One line sometimes heard in the current New Zealand economic discussion is a suggestion that New Zealand has. or has had, a “robust” recovery. I reckon “robust” is generally a good word to avoid, since it has connotations of something well-founded and sustainable which, in a sense, only time will tell. But just how strong has our recovery been?
Official quarterly GDP data go back only to 1987 [surely, surely, we need rather better funding for core official economic statistics] but Viv Hall and John McDermott have generated a series, using earlier annual estimates by SNZ and other authors, all the way back to 1947.
The chart below shows the annual percentage change in real quarterly GDP (seasonally adjusted, since that is how Hall and McDermott present their estimates). There are some oddities around the estimates for the first few years (if I recall rightly, having to do with the level of aggregation in export prices used in generating the original annual real series) so here I’ve shown the data only from the year to December 1952 (a version showing the data all the way back to 1948 is shown at the end of the post). It is a long time series by New Zealand standards.
On these estimates, real GDP has been quite volatile over the years. We’ve had five episodes in which GDP has fallen by 2 per cent or more between one quarter and the same quarter the following year. The recession in 2008/09 was almost as deep as the deepest of these five contractions. But what is noteworthy is just how subdued the recent recovery has been. Annual growth has inched up to around 3.5 per cent, and few, if any, forecasters seems to be picking it to go any higher. In past cycles, growth peaks in excess of 6 per cent have not been uncommon and periods of growth in excess of 4 per cent per annum have been the norm.
Of course, there is no doubt something to be said for some stability to growth rates. But there is probably more to be said – perhaps especially for those who became unemployed – for a quick rebound from a serious recession. We haven’t had that sort of rebound. Of course, most other advanced economies have not either but many of them have policy interest rates around zero and have largely exhausted the limits of conventional monetary policy. Sometimes inflation doesn’t provide any leeway for an inflation targeting central bank to accommodate a strong recovery, but that hasn’t been a problem here.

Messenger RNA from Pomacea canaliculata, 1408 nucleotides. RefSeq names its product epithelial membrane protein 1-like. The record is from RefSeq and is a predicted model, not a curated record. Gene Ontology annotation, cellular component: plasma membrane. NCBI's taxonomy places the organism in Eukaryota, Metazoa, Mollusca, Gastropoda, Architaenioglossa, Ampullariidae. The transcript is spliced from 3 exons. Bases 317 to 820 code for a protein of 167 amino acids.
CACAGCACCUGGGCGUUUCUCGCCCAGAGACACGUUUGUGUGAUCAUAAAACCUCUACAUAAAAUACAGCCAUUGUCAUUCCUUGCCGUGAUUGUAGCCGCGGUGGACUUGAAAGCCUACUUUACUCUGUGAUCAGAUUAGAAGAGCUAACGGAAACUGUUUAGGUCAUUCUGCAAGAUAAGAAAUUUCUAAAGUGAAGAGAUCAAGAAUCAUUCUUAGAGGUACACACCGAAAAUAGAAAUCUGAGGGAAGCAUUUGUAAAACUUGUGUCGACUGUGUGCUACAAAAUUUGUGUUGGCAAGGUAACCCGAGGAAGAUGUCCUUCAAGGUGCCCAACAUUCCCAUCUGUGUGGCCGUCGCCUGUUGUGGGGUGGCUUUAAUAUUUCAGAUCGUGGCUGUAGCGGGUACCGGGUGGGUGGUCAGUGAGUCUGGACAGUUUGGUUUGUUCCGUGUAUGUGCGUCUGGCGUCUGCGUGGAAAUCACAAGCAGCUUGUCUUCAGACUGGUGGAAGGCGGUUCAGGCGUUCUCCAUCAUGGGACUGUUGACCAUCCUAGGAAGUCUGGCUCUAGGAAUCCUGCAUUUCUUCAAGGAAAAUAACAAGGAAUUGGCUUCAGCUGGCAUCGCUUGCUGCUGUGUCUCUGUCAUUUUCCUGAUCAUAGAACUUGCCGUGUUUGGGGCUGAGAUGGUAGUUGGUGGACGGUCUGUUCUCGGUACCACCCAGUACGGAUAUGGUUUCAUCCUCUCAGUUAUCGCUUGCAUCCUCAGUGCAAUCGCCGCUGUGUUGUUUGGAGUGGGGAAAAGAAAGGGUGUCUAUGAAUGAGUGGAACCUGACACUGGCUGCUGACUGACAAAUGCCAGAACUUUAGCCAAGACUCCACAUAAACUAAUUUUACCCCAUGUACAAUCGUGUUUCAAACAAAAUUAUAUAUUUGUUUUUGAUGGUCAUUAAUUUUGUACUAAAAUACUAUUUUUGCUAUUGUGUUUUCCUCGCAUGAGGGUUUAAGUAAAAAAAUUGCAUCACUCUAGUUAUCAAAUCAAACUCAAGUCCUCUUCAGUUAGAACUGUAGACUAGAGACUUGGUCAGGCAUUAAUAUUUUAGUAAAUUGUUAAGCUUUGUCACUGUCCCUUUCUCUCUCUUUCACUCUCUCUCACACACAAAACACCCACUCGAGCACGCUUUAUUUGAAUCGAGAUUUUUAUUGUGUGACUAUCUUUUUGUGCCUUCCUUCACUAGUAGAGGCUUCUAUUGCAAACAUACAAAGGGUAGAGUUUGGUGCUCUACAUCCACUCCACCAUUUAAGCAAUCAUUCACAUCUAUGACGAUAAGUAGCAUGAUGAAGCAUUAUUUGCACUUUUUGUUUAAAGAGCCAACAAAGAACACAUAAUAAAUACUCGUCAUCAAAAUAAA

One could mount an argument – reasonable people would differ on the point – that faced with a location-specific demand shock such as the Christchurch repair and rebuild process, it might have been quite reasonable to have expected a particularly strong rebound in GDP for a time, and perhaps even some overshooting in headline CPI inflation (since medium-term trends are what the Bank is instructed to focus on).
But whatever your view on that particular point, given the depth of the recession, how far below pre-recession trends GDP still is, and how low core inflation has drifted, peak GDP growth of 3.5 per cent should be counted more as a failure than as a success. An economy firing on two, faltering, cylinders might be a better description than “strong” or “robust”.
One other argument I have heard against cutting the OCR now is the risk of a repeat of what is loosely characterised by my old colleague Rodney Dickens as “Alan Bollard’s go-for-growth experiment” of 2003/04. That there was such an “experiment” is hard to disagree with – the government had given Alan a higher inflation target, and he (and the then government) seemed to have a sense that the old-school Reserve Bank hardliners had been holding back New Zealand’s growth potential. I think the characterisation is a little unfair on Alan, but even he later admitted that the policy approach in 2003 had been a mistake.
I could discuss the similarities and differences between 2003 and the current situation at some length (and I don’t feel defensive about 2003, as I working overseas that year), but the stark and simple contrast is captured in this chart, which I’ve run already this week.
In 2003 and 2004, core inflation was well above the target midpoint, had increased materally over the previous year or so, and was increasing further. Of course, the PTA at the time made no mention of the midpoint, but no one ever thought the top part of the target range was something to actively aim for. This particular analytical series did not exist then, but it captures trends that were apparent in other ways of slicing and dicing the CPI. Even allowing for the uncertainties (SARS etc), to have cut the OCR then and to have been so slow to move it back up when the initial scare passed, is hard to defend. As Alan later said, it was a mistake.
What is the situation now? The Bank has, as much by accident as by good planning, achieved something worthwhile in the last few years in finally demonstrating that core inflation will not always be in the top half of the target range. But this is not a price level target regime, and the PTA is clear that the focus now needs to be on keeping future inflation near the 2 per cent midpoint. Actual measures of core inflation have been falling for years, and are now well below the target midpoint. A material increase in the (core) inflation rate would be highly desirable, given the target the Minister and the Governor have agreed. It has been forecast for several years, but it has simply not arrived. Perhaps it is just a “not yet”, but the case for OCR cuts now is very very different from the case in 2003.
The first chart above for the full period since 1948.